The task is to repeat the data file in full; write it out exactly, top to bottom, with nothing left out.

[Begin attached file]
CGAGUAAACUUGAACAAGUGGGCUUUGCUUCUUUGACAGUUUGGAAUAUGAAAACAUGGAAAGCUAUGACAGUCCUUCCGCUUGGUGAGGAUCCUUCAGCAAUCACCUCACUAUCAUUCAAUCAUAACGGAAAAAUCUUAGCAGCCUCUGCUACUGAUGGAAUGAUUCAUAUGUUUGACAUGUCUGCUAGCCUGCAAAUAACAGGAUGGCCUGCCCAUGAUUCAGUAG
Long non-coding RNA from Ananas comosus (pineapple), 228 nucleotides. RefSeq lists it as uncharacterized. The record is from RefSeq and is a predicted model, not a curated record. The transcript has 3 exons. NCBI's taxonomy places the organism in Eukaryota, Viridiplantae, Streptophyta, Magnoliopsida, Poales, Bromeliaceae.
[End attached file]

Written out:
CGAGUAAACUUGAACAAGUGGGCUUUGCUUCUUUGACAGUUUGGAAUAUGAAAACAUGGAAAGCUAUGACAGUCCUUCCGCUUGGUGAGGAUCCUUCAGCAAUCACCUCACUAUCAUUCAAUCAUAACGGAAAAAUCUUAGCAGCCUCUGCUACUGAUGGAAUGAUUCAUAUGUUUGACAUGUCUGCUAGCCUGCAAAUAACAGGAUGGCCUGCCCAUGAUUCAGUAG
Long non-coding RNA from Ananas comosus (pineapple), 228 nucleotides. RefSeq lists it as uncharacterized. The record is from RefSeq and is a predicted model, not a curated record. The transcript has 3 exons. NCBI's taxonomy places the organism in Eukaryota, Viridiplantae, Streptophyta, Magnoliopsida, Poales, Bromeliaceae.